I suspect there's something else wrong with your program. Standard
libraries
can have bugs, but always suspect your own (newly written) code first
I am using MS Developer Studio 6.0 (SP 6) on AMD Athlon. I get the same
results on a Pentium 4. Any suggestions or comments on what I am doing
in the code is much appreciated.

--
Nick Keighley

Dec 17 '05 #5

P: n/a
AlabiChin wrote:
Hello,

I noticed that when I dynamically create an array of chars, the
resulting size of the allocated memory block is larger by about 15
bytes than what I specified. Here is example code:

char *createTextBuffer(char *buffer, int length)
{
buffer = new char[length];

if (buffer == NULL) {
return NULL;
}
length = strlen(buffer); // Current buffer shows larger size.
return buffer;
}
strlen is a "C" library function which returns the length of a "null
terminated string". In other words, in the current case, it will count
the number of characters from start of buffer till it finds a null
character. Since char is a basic data type, buffer remains
uninitialized, and thus contains a junk. It is incorrect to relie on
strlen.

The above program causes a crash when destroying the allocated memory
via delete.

This is because usage of new[] must be matched via delete[], not
delete.

Dec 17 '05 #6

P: n/a

"AlabiChin" <al**********@yahoo.com> wrote in message
news:11**********************@g47g2000cwa.googlegr oups.com...
Hello,

I noticed that when I dynamically create an array of chars, the
resulting size of the allocated memory block is larger by about 15
bytes than what I specified. Here is example code:

char *createTextBuffer(char *buffer, int length)
{
buffer = new char[length];

if (buffer == NULL) {
return NULL;
}
length = strlen(buffer); // Current buffer shows larger size.


strlen looks for the first null character to determine the end of the
string. Since you have not initialized the array, the array contains random
information, and your length will be some arbitary number.

To see this add this line just before your length =

buffer[0] = '\0';

Now your length will be 0 because it will find the null in the first
position.

When you delete this array you use delete[]
Dec 17 '05 #7

P: n/a
Hmm, I studied documentation in VS 2003.NET which I consider not too
out-of-date and found out that new returns 0/NULL. If you want exception
handling you need to use set_new_handler function.
From what time new throws exception? What type of exception is it?
Dec 17 '05 #8

P: n/a
Viktor Prehnal wrote:
Hmm, I studied documentation in VS 2003.NET which I consider not too
out-of-date and found out that new returns 0/NULL. If you want exception
handling you need to use set_new_handler function.
new throws an exception when it fails
From what time new throws exception? What type of exception is it?


std::bad_alloc
--
Nick Keighley

Dec 17 '05 #9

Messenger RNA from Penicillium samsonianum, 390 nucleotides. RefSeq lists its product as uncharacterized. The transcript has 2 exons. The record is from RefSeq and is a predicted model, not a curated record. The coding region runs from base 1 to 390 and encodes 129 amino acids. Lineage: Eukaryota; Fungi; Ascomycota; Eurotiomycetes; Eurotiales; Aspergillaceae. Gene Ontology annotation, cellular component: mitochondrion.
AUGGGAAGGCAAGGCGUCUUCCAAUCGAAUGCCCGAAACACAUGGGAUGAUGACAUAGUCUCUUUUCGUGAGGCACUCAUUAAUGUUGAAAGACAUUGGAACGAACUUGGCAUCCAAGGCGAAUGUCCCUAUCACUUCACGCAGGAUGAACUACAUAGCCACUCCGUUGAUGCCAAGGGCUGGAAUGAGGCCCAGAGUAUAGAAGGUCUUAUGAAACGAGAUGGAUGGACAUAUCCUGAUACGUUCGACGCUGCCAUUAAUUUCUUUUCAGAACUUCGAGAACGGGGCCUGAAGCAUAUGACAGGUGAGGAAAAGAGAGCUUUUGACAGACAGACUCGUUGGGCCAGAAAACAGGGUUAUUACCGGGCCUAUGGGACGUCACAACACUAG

P: n/a
Viktor Prehnal wrote:
Hmm, I studied documentation in VS 2003.NET which I consider not too
out-of-date and found out that new returns 0/NULL. If you want exception
handling you need to use set_new_handler function.
From what time new throws exception?
In Standard C++ (which is existing since 1998), this has always been the
case.
What type of exception is it?


std::bad_alloc

Dec 18 '05 #10

P: n/a
AlabiChin wrote:
I noticed that when I dynamically create an array of chars
Why would you want to do that?
the resulting size of the allocated memory block
is larger by about 15 bytes than what I specified.
Why would you care?
Here is example code:

char *createTextBuffer(char *buffer, int length)
{
buffer = new char[length];

if (buffer == NULL) {
return NULL;
}
length = strlen(buffer); // Current buffer shows larger size.
return buffer;
}

Yuck!
Here's my version of your code:

{ // Begin block; stuff declared in here dies at end.

// Make a buffer to hold some text:
std::string TextBuffer = "This is some text.";

// Find the length of the text in the buffer, which is
// NOT the same thing as the memory used by the buffer:
int Length = TextBuffer.size();

// (do stuff with TextBuffer and Size)

} // End block; TextBuffer and Size are deallocated here.

In my version, allocation and deallocation are always done
for you automatically. There is no "memory allocation
problem". If you absolutely need a C string version of
TextBuffer (say, to pass to some C std lib function), then
use the .c_str() member function of TextBuffer:

int CSize = strlen(TextBuffer.c_str());

I think you'll find that Size and CSize are then both
equal to 18 (the length of "This is some text.").
The above program causes a crash.


Of course. For one thing, it's full of errors, as others
here have pointed out. But more importantly, it's C, not
C++. A zero-terminated array of char is a very antiquated
and crude way of handling strings. C++ std::string is much
better. It's easier, safer, and much more versatile, with
loads of cool member functions such as "size" and "find"
and "substr". Time to upgrade your approach, I think.

--
Cheers!
Robbie Hatley
Tustin, CA, USA
email: lonewolfintj at pacbell dot net
web: home dot pacbell dot net slant earnur slant
Dec 18 '05 #11